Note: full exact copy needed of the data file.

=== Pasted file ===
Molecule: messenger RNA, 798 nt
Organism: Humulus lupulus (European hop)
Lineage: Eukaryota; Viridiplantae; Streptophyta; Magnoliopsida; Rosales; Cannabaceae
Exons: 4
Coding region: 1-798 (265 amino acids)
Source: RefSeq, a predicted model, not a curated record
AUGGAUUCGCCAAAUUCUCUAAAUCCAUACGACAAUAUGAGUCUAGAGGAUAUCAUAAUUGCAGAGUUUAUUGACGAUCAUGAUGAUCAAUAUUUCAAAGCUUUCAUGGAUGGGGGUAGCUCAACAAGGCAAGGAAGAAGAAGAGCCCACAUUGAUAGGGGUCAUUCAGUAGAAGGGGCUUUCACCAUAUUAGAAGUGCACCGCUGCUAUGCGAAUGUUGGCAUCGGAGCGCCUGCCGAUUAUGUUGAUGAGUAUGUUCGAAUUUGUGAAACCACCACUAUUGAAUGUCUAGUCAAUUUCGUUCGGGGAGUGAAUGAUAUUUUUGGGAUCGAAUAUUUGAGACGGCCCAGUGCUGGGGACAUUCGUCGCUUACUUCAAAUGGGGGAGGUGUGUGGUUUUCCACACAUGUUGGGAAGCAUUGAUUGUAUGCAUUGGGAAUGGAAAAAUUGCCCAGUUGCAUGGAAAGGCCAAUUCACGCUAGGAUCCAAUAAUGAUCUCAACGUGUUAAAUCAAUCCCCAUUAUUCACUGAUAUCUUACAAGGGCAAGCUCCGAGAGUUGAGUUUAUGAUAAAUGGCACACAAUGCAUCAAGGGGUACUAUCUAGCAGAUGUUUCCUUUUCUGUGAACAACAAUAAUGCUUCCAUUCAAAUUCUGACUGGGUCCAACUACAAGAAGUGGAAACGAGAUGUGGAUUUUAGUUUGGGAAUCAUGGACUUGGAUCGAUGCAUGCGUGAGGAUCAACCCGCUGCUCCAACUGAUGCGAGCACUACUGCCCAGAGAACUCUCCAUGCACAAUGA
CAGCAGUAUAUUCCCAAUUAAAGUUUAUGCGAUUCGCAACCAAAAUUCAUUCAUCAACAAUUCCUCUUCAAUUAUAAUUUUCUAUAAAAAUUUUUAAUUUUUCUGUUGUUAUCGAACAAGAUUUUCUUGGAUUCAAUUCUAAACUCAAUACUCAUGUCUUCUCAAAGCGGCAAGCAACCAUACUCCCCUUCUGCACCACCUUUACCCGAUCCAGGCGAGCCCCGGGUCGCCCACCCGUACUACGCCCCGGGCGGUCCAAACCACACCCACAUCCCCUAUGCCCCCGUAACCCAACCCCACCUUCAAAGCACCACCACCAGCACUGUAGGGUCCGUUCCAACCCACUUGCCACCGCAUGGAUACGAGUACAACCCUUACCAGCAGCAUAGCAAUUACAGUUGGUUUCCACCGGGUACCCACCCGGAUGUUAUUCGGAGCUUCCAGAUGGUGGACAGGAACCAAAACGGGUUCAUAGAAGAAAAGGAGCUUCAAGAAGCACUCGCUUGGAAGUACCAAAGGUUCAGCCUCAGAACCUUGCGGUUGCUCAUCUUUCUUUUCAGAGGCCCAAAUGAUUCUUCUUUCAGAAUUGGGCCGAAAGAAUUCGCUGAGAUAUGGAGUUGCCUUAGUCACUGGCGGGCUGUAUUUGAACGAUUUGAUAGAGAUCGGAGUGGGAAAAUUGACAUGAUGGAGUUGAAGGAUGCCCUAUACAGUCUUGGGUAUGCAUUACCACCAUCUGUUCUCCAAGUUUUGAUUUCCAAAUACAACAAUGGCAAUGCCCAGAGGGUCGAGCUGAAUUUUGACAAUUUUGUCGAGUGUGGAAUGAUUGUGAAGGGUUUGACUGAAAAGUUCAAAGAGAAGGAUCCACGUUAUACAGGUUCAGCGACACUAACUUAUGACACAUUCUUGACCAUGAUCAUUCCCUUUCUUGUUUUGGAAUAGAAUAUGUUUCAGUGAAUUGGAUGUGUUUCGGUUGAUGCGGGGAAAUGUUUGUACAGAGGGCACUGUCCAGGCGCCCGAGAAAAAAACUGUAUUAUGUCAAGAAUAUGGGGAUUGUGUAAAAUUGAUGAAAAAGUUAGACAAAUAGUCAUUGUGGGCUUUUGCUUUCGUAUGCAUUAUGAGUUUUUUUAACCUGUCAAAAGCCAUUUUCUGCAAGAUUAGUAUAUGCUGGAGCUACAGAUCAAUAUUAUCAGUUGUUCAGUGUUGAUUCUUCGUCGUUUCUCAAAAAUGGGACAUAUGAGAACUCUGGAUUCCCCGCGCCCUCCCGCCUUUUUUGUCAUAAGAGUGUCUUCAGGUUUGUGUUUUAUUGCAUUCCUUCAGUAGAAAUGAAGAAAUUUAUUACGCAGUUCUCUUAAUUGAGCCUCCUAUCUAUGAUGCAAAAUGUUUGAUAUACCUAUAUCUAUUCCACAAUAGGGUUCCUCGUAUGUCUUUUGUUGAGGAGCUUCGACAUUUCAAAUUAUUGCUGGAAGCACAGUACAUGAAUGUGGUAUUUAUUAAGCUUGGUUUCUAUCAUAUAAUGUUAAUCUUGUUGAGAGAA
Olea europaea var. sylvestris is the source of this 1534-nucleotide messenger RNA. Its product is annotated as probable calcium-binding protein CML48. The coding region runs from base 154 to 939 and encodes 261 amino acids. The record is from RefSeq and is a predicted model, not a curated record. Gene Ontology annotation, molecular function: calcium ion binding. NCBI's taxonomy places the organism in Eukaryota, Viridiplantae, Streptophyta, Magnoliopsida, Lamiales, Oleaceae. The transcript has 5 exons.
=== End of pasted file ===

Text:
Molecule: messenger RNA, 798 nt
Organism: Humulus lupulus (European hop)
Lineage: Eukaryota; Viridiplantae; Streptophyta; Magnoliopsida; Rosales; Cannabaceae
Exons: 4
Coding region: 1-798 (265 amino acids)
Source: RefSeq, a predicted model, not a curated record
AUGGAUUCGCCAAAUUCUCUAAAUCCAUACGACAAUAUGAGUCUAGAGGAUAUCAUAAUUGCAGAGUUUAUUGACGAUCAUGAUGAUCAAUAUUUCAAAGCUUUCAUGGAUGGGGGUAGCUCAACAAGGCAAGGAAGAAGAAGAGCCCACAUUGAUAGGGGUCAUUCAGUAGAAGGGGCUUUCACCAUAUUAGAAGUGCACCGCUGCUAUGCGAAUGUUGGCAUCGGAGCGCCUGCCGAUUAUGUUGAUGAGUAUGUUCGAAUUUGUGAAACCACCACUAUUGAAUGUCUAGUCAAUUUCGUUCGGGGAGUGAAUGAUAUUUUUGGGAUCGAAUAUUUGAGACGGCCCAGUGCUGGGGACAUUCGUCGCUUACUUCAAAUGGGGGAGGUGUGUGGUUUUCCACACAUGUUGGGAAGCAUUGAUUGUAUGCAUUGGGAAUGGAAAAAUUGCCCAGUUGCAUGGAAAGGCCAAUUCACGCUAGGAUCCAAUAAUGAUCUCAACGUGUUAAAUCAAUCCCCAUUAUUCACUGAUAUCUUACAAGGGCAAGCUCCGAGAGUUGAGUUUAUGAUAAAUGGCACACAAUGCAUCAAGGGGUACUAUCUAGCAGAUGUUUCCUUUUCUGUGAACAACAAUAAUGCUUCCAUUCAAAUUCUGACUGGGUCCAACUACAAGAAGUGGAAACGAGAUGUGGAUUUUAGUUUGGGAAUCAUGGACUUGGAUCGAUGCAUGCGUGAGGAUCAACCCGCUGCUCCAACUGAUGCGAGCACUACUGCCCAGAGAACUCUCCAUGCACAAUGA
CAGCAGUAUAUUCCCAAUUAAAGUUUAUGCGAUUCGCAACCAAAAUUCAUUCAUCAACAAUUCCUCUUCAAUUAUAAUUUUCUAUAAAAAUUUUUAAUUUUUCUGUUGUUAUCGAACAAGAUUUUCUUGGAUUCAAUUCUAAACUCAAUACUCAUGUCUUCUCAAAGCGGCAAGCAACCAUACUCCCCUUCUGCACCACCUUUACCCGAUCCAGGCGAGCCCCGGGUCGCCCACCCGUACUACGCCCCGGGCGGUCCAAACCACACCCACAUCCCCUAUGCCCCCGUAACCCAACCCCACCUUCAAAGCACCACCACCAGCACUGUAGGGUCCGUUCCAACCCACUUGCCACCGCAUGGAUACGAGUACAACCCUUACCAGCAGCAUAGCAAUUACAGUUGGUUUCCACCGGGUACCCACCCGGAUGUUAUUCGGAGCUUCCAGAUGGUGGACAGGAACCAAAACGGGUUCAUAGAAGAAAAGGAGCUUCAAGAAGCACUCGCUUGGAAGUACCAAAGGUUCAGCCUCAGAACCUUGCGGUUGCUCAUCUUUCUUUUCAGAGGCCCAAAUGAUUCUUCUUUCAGAAUUGGGCCGAAAGAAUUCGCUGAGAUAUGGAGUUGCCUUAGUCACUGGCGGGCUGUAUUUGAACGAUUUGAUAGAGAUCGGAGUGGGAAAAUUGACAUGAUGGAGUUGAAGGAUGCCCUAUACAGUCUUGGGUAUGCAUUACCACCAUCUGUUCUCCAAGUUUUGAUUUCCAAAUACAACAAUGGCAAUGCCCAGAGGGUCGAGCUGAAUUUUGACAAUUUUGUCGAGUGUGGAAUGAUUGUGAAGGGUUUGACUGAAAAGUUCAAAGAGAAGGAUCCACGUUAUACAGGUUCAGCGACACUAACUUAUGACACAUUCUUGACCAUGAUCAUUCCCUUUCUUGUUUUGGAAUAGAAUAUGUUUCAGUGAAUUGGAUGUGUUUCGGUUGAUGCGGGGAAAUGUUUGUACAGAGGGCACUGUCCAGGCGCCCGAGAAAAAAACUGUAUUAUGUCAAGAAUAUGGGGAUUGUGUAAAAUUGAUGAAAAAGUUAGACAAAUAGUCAUUGUGGGCUUUUGCUUUCGUAUGCAUUAUGAGUUUUUUUAACCUGUCAAAAGCCAUUUUCUGCAAGAUUAGUAUAUGCUGGAGCUACAGAUCAAUAUUAUCAGUUGUUCAGUGUUGAUUCUUCGUCGUUUCUCAAAAAUGGGACAUAUGAGAACUCUGGAUUCCCCGCGCCCUCCCGCCUUUUUUGUCAUAAGAGUGUCUUCAGGUUUGUGUUUUAUUGCAUUCCUUCAGUAGAAAUGAAGAAAUUUAUUACGCAGUUCUCUUAAUUGAGCCUCCUAUCUAUGAUGCAAAAUGUUUGAUAUACCUAUAUCUAUUCCACAAUAGGGUUCCUCGUAUGUCUUUUGUUGAGGAGCUUCGACAUUUCAAAUUAUUGCUGGAAGCACAGUACAUGAAUGUGGUAUUUAUUAAGCUUGGUUUCUAUCAUAUAAUGUUAAUCUUGUUGAGAGAA
Olea europaea var. sylvestris is the source of this 1534-nucleotide messenger RNA. Its product is annotated as probable calcium-binding protein CML48. The coding region runs from base 154 to 939 and encodes 261 amino acids. The record is from RefSeq and is a predicted model, not a curated record. Gene Ontology annotation, molecular function: calcium ion binding. NCBI's taxonomy places the organism in Eukaryota, Viridiplantae, Streptophyta, Magnoliopsida, Lamiales, Oleaceae. The transcript has 5 exons.